Evidence based policies, just what the doctor ordered…
Escaping From Poverty
By NICHOLAS D. KRISTOF
Before I ask for a drumroll and reveal “the secrets” of fighting poverty, a bit of background:
For a quarter-century after World War II, the United States made great progress against poverty. Then in the 1970s, we fumbled. Over the last 35 years, our economy has almost tripled in size, but, according to the United States Census Bureau, the number of Americans living below the poverty line has been stuck at roughly 1 in 8.
One reason is that wages for blue-collar and other ordinary workers peaked in the early 1970s, after adjusting for inflation, according to the Bureau of Labor Statistics. A second is the breakdown in the family and the explosion in single-parent households. A third is the quintupling of incarceration rates beginning in 1970, making it harder for impoverished young men to play a role in families or get decent jobs.
When those factors converge — a young woman with a 10th-grade education trying to raise a couple of kids as a single parent — poverty proves almost inescapable. Often the cycle is transmitted from generation to generation.
Still, there’s a reason for hope: We’re getting a much better handle on what policies can overcome poverty. We’re now seeing more experiments, modeled after randomized drug trials, that measure carefully whether an approach works and how cost-effective it is. Partly this reflects the rise of economists (at the expense of political scientists and do-gooders) and the rigor they pack in their briefcases.
“To make a difference, we have to do things that actually work,” said Gordon Berlin, the president of MDRC, a research organization that pioneered the use of randomized trials to evaluate poverty-fighting strategies. “In the last 15 to 20 years, we’ve begun to build a compelling body of evidence that policy makers and program operators can act on.”
Here’s a peek at some of the interventions that seem to make a difference (and there are many more):
• High-quality early childhood programs, before kids get behind. Much-studied examples include the Perry Preschool program in Michigan in the 1960s and the Abecedarian Project in North Carolina in the 1970s. Both worked with impoverished children who had much better outcomes than control groups. For example, those who had been through the Perry program were — as adults, decades later — only half as likely to go on welfare and much less likely to be arrested.
• Intensive efforts in the ninth grade (which is well known as education’s Bermuda triangle, swallowing up poor students). A program called Talent Development in Philadelphia gave ninth graders a double dose of math and English and reduced absenteeism and significantly improved performance for at least the next couple of years. Tentative results suggest it is also improving high school graduation rates.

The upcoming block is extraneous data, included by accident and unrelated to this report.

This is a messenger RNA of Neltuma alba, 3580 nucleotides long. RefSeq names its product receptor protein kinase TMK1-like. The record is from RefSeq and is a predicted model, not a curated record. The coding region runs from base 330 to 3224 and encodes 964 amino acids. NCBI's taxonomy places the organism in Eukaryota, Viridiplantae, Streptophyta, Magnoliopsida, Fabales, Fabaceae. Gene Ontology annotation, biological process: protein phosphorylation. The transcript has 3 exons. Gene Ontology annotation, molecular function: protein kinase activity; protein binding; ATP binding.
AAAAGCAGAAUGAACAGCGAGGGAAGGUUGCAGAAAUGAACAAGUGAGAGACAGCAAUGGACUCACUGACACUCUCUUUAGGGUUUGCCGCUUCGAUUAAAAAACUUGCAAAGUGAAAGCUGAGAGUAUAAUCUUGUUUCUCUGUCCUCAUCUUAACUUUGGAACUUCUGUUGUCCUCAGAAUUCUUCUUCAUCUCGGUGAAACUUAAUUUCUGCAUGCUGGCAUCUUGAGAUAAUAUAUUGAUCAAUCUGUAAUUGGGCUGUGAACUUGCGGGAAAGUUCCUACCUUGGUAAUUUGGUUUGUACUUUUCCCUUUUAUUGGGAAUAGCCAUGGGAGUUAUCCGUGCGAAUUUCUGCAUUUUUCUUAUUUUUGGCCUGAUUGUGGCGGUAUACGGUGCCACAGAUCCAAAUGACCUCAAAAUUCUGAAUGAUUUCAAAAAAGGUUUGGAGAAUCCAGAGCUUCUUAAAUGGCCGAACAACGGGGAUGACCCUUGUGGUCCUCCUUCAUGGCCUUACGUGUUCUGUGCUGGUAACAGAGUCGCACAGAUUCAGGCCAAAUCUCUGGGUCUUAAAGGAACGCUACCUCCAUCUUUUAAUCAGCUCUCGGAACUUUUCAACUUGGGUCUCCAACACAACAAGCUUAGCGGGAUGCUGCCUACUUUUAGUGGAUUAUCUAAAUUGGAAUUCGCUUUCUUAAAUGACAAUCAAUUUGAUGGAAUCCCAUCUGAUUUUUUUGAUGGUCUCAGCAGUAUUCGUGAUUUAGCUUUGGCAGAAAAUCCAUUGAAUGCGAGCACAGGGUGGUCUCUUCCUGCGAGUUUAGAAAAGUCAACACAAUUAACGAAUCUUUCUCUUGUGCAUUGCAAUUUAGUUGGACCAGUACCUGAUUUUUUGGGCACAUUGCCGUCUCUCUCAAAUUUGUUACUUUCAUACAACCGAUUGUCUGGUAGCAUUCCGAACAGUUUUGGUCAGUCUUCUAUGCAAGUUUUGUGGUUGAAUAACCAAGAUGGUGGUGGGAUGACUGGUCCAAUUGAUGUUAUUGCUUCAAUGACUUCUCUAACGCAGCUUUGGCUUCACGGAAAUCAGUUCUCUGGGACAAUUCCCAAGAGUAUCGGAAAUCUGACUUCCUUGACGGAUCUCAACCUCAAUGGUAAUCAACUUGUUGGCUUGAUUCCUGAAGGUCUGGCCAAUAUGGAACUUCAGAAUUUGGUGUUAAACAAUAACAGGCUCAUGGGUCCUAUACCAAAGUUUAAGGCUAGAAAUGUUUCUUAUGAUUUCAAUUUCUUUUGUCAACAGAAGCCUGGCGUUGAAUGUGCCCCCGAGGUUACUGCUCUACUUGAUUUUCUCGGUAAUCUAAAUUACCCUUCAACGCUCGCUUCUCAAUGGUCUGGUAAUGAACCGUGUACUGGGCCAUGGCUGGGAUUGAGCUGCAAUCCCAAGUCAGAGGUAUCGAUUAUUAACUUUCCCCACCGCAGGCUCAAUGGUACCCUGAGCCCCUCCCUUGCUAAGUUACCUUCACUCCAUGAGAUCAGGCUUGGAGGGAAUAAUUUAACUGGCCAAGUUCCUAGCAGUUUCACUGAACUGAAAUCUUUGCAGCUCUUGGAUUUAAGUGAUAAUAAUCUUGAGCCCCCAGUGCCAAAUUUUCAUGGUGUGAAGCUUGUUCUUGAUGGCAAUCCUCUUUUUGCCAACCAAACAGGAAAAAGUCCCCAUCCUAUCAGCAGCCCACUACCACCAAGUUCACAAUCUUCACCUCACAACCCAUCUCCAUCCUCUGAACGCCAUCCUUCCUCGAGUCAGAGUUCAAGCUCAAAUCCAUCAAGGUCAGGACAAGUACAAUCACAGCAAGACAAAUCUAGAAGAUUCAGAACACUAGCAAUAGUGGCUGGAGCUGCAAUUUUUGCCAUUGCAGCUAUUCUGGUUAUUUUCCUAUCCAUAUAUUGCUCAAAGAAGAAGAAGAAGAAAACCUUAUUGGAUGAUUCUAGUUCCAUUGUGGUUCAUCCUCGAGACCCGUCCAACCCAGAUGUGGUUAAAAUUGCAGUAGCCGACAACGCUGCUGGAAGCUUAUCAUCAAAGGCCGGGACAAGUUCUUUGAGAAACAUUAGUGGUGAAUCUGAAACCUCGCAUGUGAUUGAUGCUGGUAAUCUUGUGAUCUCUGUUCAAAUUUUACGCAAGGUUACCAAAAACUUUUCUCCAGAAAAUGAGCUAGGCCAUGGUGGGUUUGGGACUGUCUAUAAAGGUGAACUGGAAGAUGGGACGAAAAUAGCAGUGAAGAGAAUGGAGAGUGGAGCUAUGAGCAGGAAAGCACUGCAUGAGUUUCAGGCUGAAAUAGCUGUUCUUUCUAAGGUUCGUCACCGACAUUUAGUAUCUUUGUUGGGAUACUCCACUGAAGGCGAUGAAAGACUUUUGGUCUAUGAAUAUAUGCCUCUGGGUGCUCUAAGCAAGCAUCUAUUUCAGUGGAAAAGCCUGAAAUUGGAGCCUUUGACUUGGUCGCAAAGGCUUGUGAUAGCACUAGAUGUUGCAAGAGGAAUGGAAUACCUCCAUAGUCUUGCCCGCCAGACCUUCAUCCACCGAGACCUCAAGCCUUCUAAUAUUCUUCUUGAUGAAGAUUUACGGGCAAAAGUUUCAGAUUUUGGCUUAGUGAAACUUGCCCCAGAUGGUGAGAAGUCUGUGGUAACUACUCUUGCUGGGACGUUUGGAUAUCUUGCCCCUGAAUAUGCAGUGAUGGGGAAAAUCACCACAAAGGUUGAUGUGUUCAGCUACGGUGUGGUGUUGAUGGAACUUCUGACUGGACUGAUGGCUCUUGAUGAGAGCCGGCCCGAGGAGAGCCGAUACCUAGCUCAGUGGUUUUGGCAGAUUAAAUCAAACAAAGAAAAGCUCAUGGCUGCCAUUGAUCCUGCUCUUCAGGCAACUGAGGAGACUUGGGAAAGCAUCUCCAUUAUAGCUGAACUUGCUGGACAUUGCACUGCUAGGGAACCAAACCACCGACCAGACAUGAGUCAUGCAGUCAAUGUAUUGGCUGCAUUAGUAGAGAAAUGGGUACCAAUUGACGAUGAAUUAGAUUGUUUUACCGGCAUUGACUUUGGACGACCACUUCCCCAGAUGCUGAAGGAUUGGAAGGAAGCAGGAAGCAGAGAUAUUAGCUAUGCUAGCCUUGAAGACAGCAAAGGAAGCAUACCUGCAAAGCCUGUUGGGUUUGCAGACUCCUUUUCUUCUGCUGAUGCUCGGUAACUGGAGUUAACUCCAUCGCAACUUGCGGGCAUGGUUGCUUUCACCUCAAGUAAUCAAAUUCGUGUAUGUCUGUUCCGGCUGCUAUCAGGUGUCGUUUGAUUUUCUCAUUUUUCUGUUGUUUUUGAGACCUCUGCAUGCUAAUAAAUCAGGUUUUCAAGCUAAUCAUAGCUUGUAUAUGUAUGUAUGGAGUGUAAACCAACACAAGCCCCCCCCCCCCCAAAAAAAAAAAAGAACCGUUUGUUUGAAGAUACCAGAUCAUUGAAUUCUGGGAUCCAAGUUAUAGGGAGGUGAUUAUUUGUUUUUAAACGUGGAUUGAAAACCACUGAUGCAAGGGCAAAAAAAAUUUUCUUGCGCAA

• Career academies. These keep students engaged in high school by teaching around career themes and partnering with local employers to give kids work experience. Eight years of follow-up research suggests that graduates are more likely to hold jobs and earn more money.
• Jobs programs. One of the most successful is the “jobs-plus” demonstration, which trains people living in public housing to get jobs and gives them extra incentives to keep them. Participants thrive — and the gains continue even years later, after the program ends.
The two most important interventions seem to be education and jobs. Schooling programs pay off from early childhood all the way through community college. And jobs programs lift entire families: even though one might worry about children getting less supervision with parents working, studies suggest that children then do better at school.
All this underscores a long-term cost of this recession: there are cuts in both education and schooling, harming the two most effective stairways out of poverty. That’s tragic, and I hope we consider schooling and jobs every bit as important as our multibillion-dollar surge in Afghanistan.
In effect, what’s needed to overcome poverty in part seems to be a change of culture, to break self-destructive behaviors — resignation to unemployment, self-doubt, alcohol and drug abuse, disintegrating families, lack of engagement in children’s education — that create self-replicating cycles of poverty. The Harlem Children’s Zone Promise Academy, a charter school where third graders from a disadvantaged neighborhood outperform their peers around New York City and New York State, offers a shining example of what is possible.
This wave of research suggests that there’s no magic bullet, that helping people is hard, and that even when pilot programs succeed they can be difficult to scale up. But evidence also suggests that we increasingly have the tools to chip away at poverty. We know what to do if we just can summon the political will.